The vehicle is marital property by virtue of your equitable contribution and the fact the title was held in your spouse's name. The automatic restraining order you are reffering to do does not apply to your father in law, but it does apply to your spouse and it applies to you. A complaint for contempt alleding violation of the automatic restraining order could be appropriate if there was equity in the asset.....without knowing why the car was sold, and what replaced it if anything restricts what I can comment on or speculate about.
Rule 411 puts in place an automatic restraining order at the commencement of an action. However there are many exceptions to this rule and as my colleague stated more information would be needed to assess whether you should file a contempt action or merely address this issue at settlement discussions / trial. I wish you all the best.
I agree with my colleagues that this was marital property, that the automatiuc restraining order was violated and that you have grounds for a contempt motion. If your divorce is still pending, however, what would you hope the contempt to accomplish? What would you want the court to order? It would seem to me that your main goal is still the end resolution and that in the end resolution (by agreement or by trial), you can bring this up and have the division of marital assets and equity divided accordingly to account for her appropriation of this asset.
To questioners from West Virginia & New York: Although I am licensed to practice in your state, I practice on a day-to-day basis in Massachusetts. I answer questions in your state in areas of the law in which I practice, and in which I feel comfortable trying to offer you assistance based on my knowledge of specific statutes in your state and/or general principles applicable in all states. It is always best, however, to work with attorneys and court personnel in your own area to deal with specific problems and factual situations.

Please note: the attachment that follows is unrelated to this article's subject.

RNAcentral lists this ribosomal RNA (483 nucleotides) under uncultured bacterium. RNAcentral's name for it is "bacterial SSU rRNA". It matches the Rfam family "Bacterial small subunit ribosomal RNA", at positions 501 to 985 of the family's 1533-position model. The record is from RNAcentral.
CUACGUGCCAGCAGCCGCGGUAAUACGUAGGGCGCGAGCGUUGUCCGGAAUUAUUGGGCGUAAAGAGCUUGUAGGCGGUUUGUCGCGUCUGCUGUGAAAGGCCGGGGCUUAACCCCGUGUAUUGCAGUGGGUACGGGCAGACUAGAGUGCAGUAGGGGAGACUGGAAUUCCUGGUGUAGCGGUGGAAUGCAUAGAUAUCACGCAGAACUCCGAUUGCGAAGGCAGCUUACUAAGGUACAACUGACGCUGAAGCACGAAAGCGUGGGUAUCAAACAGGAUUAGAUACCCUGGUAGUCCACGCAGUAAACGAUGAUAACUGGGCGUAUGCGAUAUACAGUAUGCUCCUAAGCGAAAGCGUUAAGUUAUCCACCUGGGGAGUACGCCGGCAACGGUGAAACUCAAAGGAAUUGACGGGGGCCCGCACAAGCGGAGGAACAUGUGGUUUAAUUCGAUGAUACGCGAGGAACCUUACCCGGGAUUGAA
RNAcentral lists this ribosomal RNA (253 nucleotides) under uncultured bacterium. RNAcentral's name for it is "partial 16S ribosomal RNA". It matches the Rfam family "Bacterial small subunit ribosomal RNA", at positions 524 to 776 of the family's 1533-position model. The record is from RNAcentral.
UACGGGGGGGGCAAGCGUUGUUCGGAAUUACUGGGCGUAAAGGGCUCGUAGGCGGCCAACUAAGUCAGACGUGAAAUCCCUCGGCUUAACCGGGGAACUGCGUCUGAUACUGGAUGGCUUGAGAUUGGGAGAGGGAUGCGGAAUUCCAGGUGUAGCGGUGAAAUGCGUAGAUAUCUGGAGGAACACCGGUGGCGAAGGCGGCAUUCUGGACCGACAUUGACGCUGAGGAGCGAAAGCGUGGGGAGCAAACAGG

The vehicle more likely than not would be considered marital property and should be included in the asset values to be divided between your spouse and you. It is possible a judge will credit you with half the value of the equity in the vehicle aqgaionst the husband's share of the assets.1
This answer does not consitute legal advice and does not create an attorney-client relationship. The answer is based only on the facts presented. This answer is basd only on Massachusetts law.